Tuesday, December 7, 2010

Why It's Fun: World of Goo

The age of digitally-distributed media is upon us (I mean just look at this life-changing announcement!) and in the world of videogames this has most definitely been a good thing.

"Why?" you ask, sweat beading on your forehead in clamorous anticipation...

Because, sirs and madams, it has given startup indie game developers the means to distribute (and thus, the motive to create) games with fresh ideas that stand as beacons of hope in a monotonous minefield of first-person-shooters that have you trudging through monotonous minefields.

Case in point: World of Goo

World of Goo is a very strange game that has you building squishy, truss-like structures out of eager and eccentric goo-balls to reach up and up and up...

The game is fun because it taps into that child-like sense of discovery you first satiated in a sandbox during recess, learning through trial-and-error that the world has rules and that you can exploit them to create freakin' castles (and in my case, tunnels and moats to accompany said castles).

In other words, the game is fun because physics are phun (as is, surprisingly, Engineering), and the game's foundation is a cartoony approximation of physics on a 2d-plane that would make Newton proud and quite possibly queasy. The game understands that a sense of true interaction is a videogame's greatest asset; your in-game cursor leaves an ink-blot trail as you whip it around, frantically grabbing goo-balls who stop and stare at you with a satisfying "pop" as you mouse over them and who scream in zany mixtures of terror and glee when you throw them or, more constructively, incorporate them into a structure you're building. The constant feedback gives the player a sense that they're really an integrated part of this quirky, sarcasm-laced world with direct influence on its viscous inhabitants. Couple this with consistently inventive and imaginative level design that requires an ever-increasing intuitive understanding of the physics (each new level builds on the skills learned in the previous ones without ever repeating quite the same scenario) and a sometimes esoteric but always amusingly satirical sense of humor (with plenty of jabs at corporate America) and you've got a game that blows most big-budget productions out of the water (did I mention it was made by two guys whose office is whatever coffee shop they decide to go to on a given day?).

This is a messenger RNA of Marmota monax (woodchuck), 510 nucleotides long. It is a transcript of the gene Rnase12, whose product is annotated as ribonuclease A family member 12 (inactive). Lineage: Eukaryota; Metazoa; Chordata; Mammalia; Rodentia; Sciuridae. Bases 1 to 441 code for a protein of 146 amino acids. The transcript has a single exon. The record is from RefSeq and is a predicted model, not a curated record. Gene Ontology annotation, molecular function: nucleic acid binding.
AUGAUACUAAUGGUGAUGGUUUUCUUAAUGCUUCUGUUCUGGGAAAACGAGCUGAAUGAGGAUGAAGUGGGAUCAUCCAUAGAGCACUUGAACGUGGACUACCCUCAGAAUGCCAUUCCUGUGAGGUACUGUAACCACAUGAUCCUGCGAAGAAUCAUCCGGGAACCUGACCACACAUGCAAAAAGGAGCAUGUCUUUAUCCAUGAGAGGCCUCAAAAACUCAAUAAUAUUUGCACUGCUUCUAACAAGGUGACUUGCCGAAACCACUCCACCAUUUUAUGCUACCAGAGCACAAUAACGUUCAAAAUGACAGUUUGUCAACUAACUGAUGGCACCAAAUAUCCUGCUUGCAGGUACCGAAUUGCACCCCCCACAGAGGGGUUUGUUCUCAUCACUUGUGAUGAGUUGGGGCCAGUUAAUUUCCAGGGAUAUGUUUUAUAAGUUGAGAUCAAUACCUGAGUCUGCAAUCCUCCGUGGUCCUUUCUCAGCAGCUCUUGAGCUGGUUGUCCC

If the gameplay sounds very vague and confusing, it's because trying to describe in words such an original concept is akin to listing off a series of notes to convince someone that a melody is compelling. You really need to play a bit of the game to get a feel for it, and you can!

You can purchase the game from a host of places (including WiiWare and soon, the iPad) but if you buy direct from the dev's site this week only, they're donating 100% of the sales to some good charities.

Arbitrary Rating: 348 goo-balls

Monday, December 6, 2010

A new era for Pearls on a String

Following in the footsteps of some friends, I have decided to sporadically (which means there may be only one entry) review videogames on this blog that has been serving no purpose for the past few months in a series I will call "Why it's Fun".

These entries will, apart from the rest of this sentence, not be concerned with the ongoing "can videogames be art?" debate, which has wasted everybody's time in the wake of some old guy's rants that, while quite intelligent, aren't at all fair in an apples vs. oranges type of way (a tip: you can't judge an inherently interactive medium by watching YouTube videos about it; you aren't experiencing it as intended!); Rather, I'll treat these games as meticulously constructed experiences and leave what to call those experiences to you, dear lone reader of this blog!

But enough abstract pretentious blithering and onto specific pretentious blithering...